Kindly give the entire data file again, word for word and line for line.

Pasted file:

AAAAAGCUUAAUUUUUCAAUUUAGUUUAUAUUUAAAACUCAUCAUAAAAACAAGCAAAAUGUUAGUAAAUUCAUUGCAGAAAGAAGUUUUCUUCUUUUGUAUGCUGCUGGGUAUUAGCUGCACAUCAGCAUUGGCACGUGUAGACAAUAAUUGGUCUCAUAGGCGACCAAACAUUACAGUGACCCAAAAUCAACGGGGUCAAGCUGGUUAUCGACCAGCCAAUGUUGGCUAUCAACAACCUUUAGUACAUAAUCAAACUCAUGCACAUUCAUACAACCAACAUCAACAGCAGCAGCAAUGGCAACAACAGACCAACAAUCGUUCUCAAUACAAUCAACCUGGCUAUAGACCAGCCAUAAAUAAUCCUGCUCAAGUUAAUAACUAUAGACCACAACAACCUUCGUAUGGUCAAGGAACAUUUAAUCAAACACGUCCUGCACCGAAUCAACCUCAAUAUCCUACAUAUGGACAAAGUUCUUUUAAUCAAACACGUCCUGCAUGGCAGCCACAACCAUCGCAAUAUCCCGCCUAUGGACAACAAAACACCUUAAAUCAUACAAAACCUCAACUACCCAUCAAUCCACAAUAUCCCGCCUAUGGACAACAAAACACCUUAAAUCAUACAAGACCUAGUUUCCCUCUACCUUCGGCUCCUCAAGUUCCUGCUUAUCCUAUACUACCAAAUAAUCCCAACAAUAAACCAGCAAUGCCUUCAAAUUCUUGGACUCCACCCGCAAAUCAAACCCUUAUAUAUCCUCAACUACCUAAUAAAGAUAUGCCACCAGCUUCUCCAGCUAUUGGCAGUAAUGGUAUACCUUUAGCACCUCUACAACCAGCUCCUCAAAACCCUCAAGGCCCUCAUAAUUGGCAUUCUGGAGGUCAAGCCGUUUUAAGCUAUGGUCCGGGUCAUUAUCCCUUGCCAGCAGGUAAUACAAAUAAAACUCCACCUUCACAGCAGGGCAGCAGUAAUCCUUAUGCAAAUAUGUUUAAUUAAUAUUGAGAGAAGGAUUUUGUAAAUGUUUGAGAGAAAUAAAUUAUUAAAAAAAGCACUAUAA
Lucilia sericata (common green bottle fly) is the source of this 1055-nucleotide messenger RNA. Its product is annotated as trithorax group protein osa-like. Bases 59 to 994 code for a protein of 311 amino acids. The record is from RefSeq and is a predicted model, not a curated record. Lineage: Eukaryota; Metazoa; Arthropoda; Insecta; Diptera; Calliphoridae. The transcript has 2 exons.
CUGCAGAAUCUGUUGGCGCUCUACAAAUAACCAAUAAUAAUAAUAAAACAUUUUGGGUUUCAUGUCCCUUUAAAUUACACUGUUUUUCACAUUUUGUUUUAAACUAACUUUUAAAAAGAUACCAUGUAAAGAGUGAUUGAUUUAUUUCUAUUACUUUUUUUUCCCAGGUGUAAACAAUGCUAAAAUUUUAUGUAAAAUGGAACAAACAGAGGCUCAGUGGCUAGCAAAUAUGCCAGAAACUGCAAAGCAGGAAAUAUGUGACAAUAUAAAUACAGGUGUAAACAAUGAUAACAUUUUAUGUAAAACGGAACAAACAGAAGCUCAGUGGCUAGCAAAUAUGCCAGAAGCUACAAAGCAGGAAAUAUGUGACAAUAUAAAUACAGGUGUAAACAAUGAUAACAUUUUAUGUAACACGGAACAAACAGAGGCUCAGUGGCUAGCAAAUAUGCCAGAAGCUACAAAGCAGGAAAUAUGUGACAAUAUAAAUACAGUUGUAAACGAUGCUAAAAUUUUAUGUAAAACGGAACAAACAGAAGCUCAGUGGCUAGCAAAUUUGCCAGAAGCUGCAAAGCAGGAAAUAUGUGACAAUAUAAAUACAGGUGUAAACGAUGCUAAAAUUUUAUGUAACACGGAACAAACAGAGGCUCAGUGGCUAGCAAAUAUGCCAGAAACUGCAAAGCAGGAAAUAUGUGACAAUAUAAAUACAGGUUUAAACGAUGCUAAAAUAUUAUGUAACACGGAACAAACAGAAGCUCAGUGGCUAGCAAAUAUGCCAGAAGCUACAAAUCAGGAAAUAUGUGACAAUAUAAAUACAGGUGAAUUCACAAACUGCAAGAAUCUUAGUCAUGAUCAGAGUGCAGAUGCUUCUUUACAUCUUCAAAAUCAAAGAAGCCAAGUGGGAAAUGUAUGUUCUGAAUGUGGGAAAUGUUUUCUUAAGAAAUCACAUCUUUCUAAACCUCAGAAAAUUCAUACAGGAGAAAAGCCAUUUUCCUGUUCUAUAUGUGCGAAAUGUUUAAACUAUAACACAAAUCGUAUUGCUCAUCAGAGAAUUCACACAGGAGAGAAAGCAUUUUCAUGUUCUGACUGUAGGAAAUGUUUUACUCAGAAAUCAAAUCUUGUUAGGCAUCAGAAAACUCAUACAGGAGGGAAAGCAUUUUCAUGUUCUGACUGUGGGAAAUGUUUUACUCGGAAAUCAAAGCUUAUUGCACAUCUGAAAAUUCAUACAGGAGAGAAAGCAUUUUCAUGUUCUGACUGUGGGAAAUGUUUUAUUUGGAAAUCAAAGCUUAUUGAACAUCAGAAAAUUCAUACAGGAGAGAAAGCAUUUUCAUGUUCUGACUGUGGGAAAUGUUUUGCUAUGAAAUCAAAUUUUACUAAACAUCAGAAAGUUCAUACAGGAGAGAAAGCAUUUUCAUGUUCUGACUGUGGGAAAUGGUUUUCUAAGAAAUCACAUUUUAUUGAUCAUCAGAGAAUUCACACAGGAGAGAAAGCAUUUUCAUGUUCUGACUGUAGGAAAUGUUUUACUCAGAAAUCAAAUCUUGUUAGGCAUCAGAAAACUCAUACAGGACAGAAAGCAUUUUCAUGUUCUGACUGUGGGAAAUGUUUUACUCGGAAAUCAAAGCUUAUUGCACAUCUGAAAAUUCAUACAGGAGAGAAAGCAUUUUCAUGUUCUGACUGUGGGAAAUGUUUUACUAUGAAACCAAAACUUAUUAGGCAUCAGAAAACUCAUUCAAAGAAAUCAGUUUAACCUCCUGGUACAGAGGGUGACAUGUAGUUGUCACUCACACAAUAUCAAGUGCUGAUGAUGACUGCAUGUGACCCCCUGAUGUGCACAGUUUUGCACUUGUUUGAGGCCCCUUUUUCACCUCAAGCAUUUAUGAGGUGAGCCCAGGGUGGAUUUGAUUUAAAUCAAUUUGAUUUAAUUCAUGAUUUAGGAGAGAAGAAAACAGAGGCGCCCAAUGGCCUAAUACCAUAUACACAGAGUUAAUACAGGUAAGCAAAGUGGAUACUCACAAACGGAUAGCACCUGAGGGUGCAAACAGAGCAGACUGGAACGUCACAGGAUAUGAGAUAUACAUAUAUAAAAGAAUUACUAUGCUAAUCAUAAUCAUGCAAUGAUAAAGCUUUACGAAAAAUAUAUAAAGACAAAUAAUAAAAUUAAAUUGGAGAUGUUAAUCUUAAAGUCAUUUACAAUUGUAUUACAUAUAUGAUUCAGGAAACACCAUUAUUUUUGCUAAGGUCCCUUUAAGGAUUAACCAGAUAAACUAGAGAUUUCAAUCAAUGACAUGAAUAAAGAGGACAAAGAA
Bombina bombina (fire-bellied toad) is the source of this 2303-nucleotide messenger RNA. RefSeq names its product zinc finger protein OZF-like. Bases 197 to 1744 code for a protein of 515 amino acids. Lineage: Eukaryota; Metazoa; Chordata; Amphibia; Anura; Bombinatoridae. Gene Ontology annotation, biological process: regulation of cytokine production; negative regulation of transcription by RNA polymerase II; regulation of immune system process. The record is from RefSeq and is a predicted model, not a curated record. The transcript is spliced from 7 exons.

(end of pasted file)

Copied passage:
AAAAAGCUUAAUUUUUCAAUUUAGUUUAUAUUUAAAACUCAUCAUAAAAACAAGCAAAAUGUUAGUAAAUUCAUUGCAGAAAGAAGUUUUCUUCUUUUGUAUGCUGCUGGGUAUUAGCUGCACAUCAGCAUUGGCACGUGUAGACAAUAAUUGGUCUCAUAGGCGACCAAACAUUACAGUGACCCAAAAUCAACGGGGUCAAGCUGGUUAUCGACCAGCCAAUGUUGGCUAUCAACAACCUUUAGUACAUAAUCAAACUCAUGCACAUUCAUACAACCAACAUCAACAGCAGCAGCAAUGGCAACAACAGACCAACAAUCGUUCUCAAUACAAUCAACCUGGCUAUAGACCAGCCAUAAAUAAUCCUGCUCAAGUUAAUAACUAUAGACCACAACAACCUUCGUAUGGUCAAGGAACAUUUAAUCAAACACGUCCUGCACCGAAUCAACCUCAAUAUCCUACAUAUGGACAAAGUUCUUUUAAUCAAACACGUCCUGCAUGGCAGCCACAACCAUCGCAAUAUCCCGCCUAUGGACAACAAAACACCUUAAAUCAUACAAAACCUCAACUACCCAUCAAUCCACAAUAUCCCGCCUAUGGACAACAAAACACCUUAAAUCAUACAAGACCUAGUUUCCCUCUACCUUCGGCUCCUCAAGUUCCUGCUUAUCCUAUACUACCAAAUAAUCCCAACAAUAAACCAGCAAUGCCUUCAAAUUCUUGGACUCCACCCGCAAAUCAAACCCUUAUAUAUCCUCAACUACCUAAUAAAGAUAUGCCACCAGCUUCUCCAGCUAUUGGCAGUAAUGGUAUACCUUUAGCACCUCUACAACCAGCUCCUCAAAACCCUCAAGGCCCUCAUAAUUGGCAUUCUGGAGGUCAAGCCGUUUUAAGCUAUGGUCCGGGUCAUUAUCCCUUGCCAGCAGGUAAUACAAAUAAAACUCCACCUUCACAGCAGGGCAGCAGUAAUCCUUAUGCAAAUAUGUUUAAUUAAUAUUGAGAGAAGGAUUUUGUAAAUGUUUGAGAGAAAUAAAUUAUUAAAAAAAGCACUAUAA
Lucilia sericata (common green bottle fly) is the source of this 1055-nucleotide messenger RNA. Its product is annotated as trithorax group protein osa-like. Bases 59 to 994 code for a protein of 311 amino acids. The record is from RefSeq and is a predicted model, not a curated record. Lineage: Eukaryota; Metazoa; Arthropoda; Insecta; Diptera; Calliphoridae. The transcript has 2 exons.
CUGCAGAAUCUGUUGGCGCUCUACAAAUAACCAAUAAUAAUAAUAAAACAUUUUGGGUUUCAUGUCCCUUUAAAUUACACUGUUUUUCACAUUUUGUUUUAAACUAACUUUUAAAAAGAUACCAUGUAAAGAGUGAUUGAUUUAUUUCUAUUACUUUUUUUUCCCAGGUGUAAACAAUGCUAAAAUUUUAUGUAAAAUGGAACAAACAGAGGCUCAGUGGCUAGCAAAUAUGCCAGAAACUGCAAAGCAGGAAAUAUGUGACAAUAUAAAUACAGGUGUAAACAAUGAUAACAUUUUAUGUAAAACGGAACAAACAGAAGCUCAGUGGCUAGCAAAUAUGCCAGAAGCUACAAAGCAGGAAAUAUGUGACAAUAUAAAUACAGGUGUAAACAAUGAUAACAUUUUAUGUAACACGGAACAAACAGAGGCUCAGUGGCUAGCAAAUAUGCCAGAAGCUACAAAGCAGGAAAUAUGUGACAAUAUAAAUACAGUUGUAAACGAUGCUAAAAUUUUAUGUAAAACGGAACAAACAGAAGCUCAGUGGCUAGCAAAUUUGCCAGAAGCUGCAAAGCAGGAAAUAUGUGACAAUAUAAAUACAGGUGUAAACGAUGCUAAAAUUUUAUGUAACACGGAACAAACAGAGGCUCAGUGGCUAGCAAAUAUGCCAGAAACUGCAAAGCAGGAAAUAUGUGACAAUAUAAAUACAGGUUUAAACGAUGCUAAAAUAUUAUGUAACACGGAACAAACAGAAGCUCAGUGGCUAGCAAAUAUGCCAGAAGCUACAAAUCAGGAAAUAUGUGACAAUAUAAAUACAGGUGAAUUCACAAACUGCAAGAAUCUUAGUCAUGAUCAGAGUGCAGAUGCUUCUUUACAUCUUCAAAAUCAAAGAAGCCAAGUGGGAAAUGUAUGUUCUGAAUGUGGGAAAUGUUUUCUUAAGAAAUCACAUCUUUCUAAACCUCAGAAAAUUCAUACAGGAGAAAAGCCAUUUUCCUGUUCUAUAUGUGCGAAAUGUUUAAACUAUAACACAAAUCGUAUUGCUCAUCAGAGAAUUCACACAGGAGAGAAAGCAUUUUCAUGUUCUGACUGUAGGAAAUGUUUUACUCAGAAAUCAAAUCUUGUUAGGCAUCAGAAAACUCAUACAGGAGGGAAAGCAUUUUCAUGUUCUGACUGUGGGAAAUGUUUUACUCGGAAAUCAAAGCUUAUUGCACAUCUGAAAAUUCAUACAGGAGAGAAAGCAUUUUCAUGUUCUGACUGUGGGAAAUGUUUUAUUUGGAAAUCAAAGCUUAUUGAACAUCAGAAAAUUCAUACAGGAGAGAAAGCAUUUUCAUGUUCUGACUGUGGGAAAUGUUUUGCUAUGAAAUCAAAUUUUACUAAACAUCAGAAAGUUCAUACAGGAGAGAAAGCAUUUUCAUGUUCUGACUGUGGGAAAUGGUUUUCUAAGAAAUCACAUUUUAUUGAUCAUCAGAGAAUUCACACAGGAGAGAAAGCAUUUUCAUGUUCUGACUGUAGGAAAUGUUUUACUCAGAAAUCAAAUCUUGUUAGGCAUCAGAAAACUCAUACAGGACAGAAAGCAUUUUCAUGUUCUGACUGUGGGAAAUGUUUUACUCGGAAAUCAAAGCUUAUUGCACAUCUGAAAAUUCAUACAGGAGAGAAAGCAUUUUCAUGUUCUGACUGUGGGAAAUGUUUUACUAUGAAACCAAAACUUAUUAGGCAUCAGAAAACUCAUUCAAAGAAAUCAGUUUAACCUCCUGGUACAGAGGGUGACAUGUAGUUGUCACUCACACAAUAUCAAGUGCUGAUGAUGACUGCAUGUGACCCCCUGAUGUGCACAGUUUUGCACUUGUUUGAGGCCCCUUUUUCACCUCAAGCAUUUAUGAGGUGAGCCCAGGGUGGAUUUGAUUUAAAUCAAUUUGAUUUAAUUCAUGAUUUAGGAGAGAAGAAAACAGAGGCGCCCAAUGGCCUAAUACCAUAUACACAGAGUUAAUACAGGUAAGCAAAGUGGAUACUCACAAACGGAUAGCACCUGAGGGUGCAAACAGAGCAGACUGGAACGUCACAGGAUAUGAGAUAUACAUAUAUAAAAGAAUUACUAUGCUAAUCAUAAUCAUGCAAUGAUAAAGCUUUACGAAAAAUAUAUAAAGACAAAUAAUAAAAUUAAAUUGGAGAUGUUAAUCUUAAAGUCAUUUACAAUUGUAUUACAUAUAUGAUUCAGGAAACACCAUUAUUUUUGCUAAGGUCCCUUUAAGGAUUAACCAGAUAAACUAGAGAUUUCAAUCAAUGACAUGAAUAAAGAGGACAAAGAA
Bombina bombina (fire-bellied toad) is the source of this 2303-nucleotide messenger RNA. RefSeq names its product zinc finger protein OZF-like. Bases 197 to 1744 code for a protein of 515 amino acids. Lineage: Eukaryota; Metazoa; Chordata; Amphibia; Anura; Bombinatoridae. Gene Ontology annotation, biological process: regulation of cytokine production; negative regulation of transcription by RNA polymerase II; regulation of immune system process. The record is from RefSeq and is a predicted model, not a curated record. The transcript is spliced from 7 exons.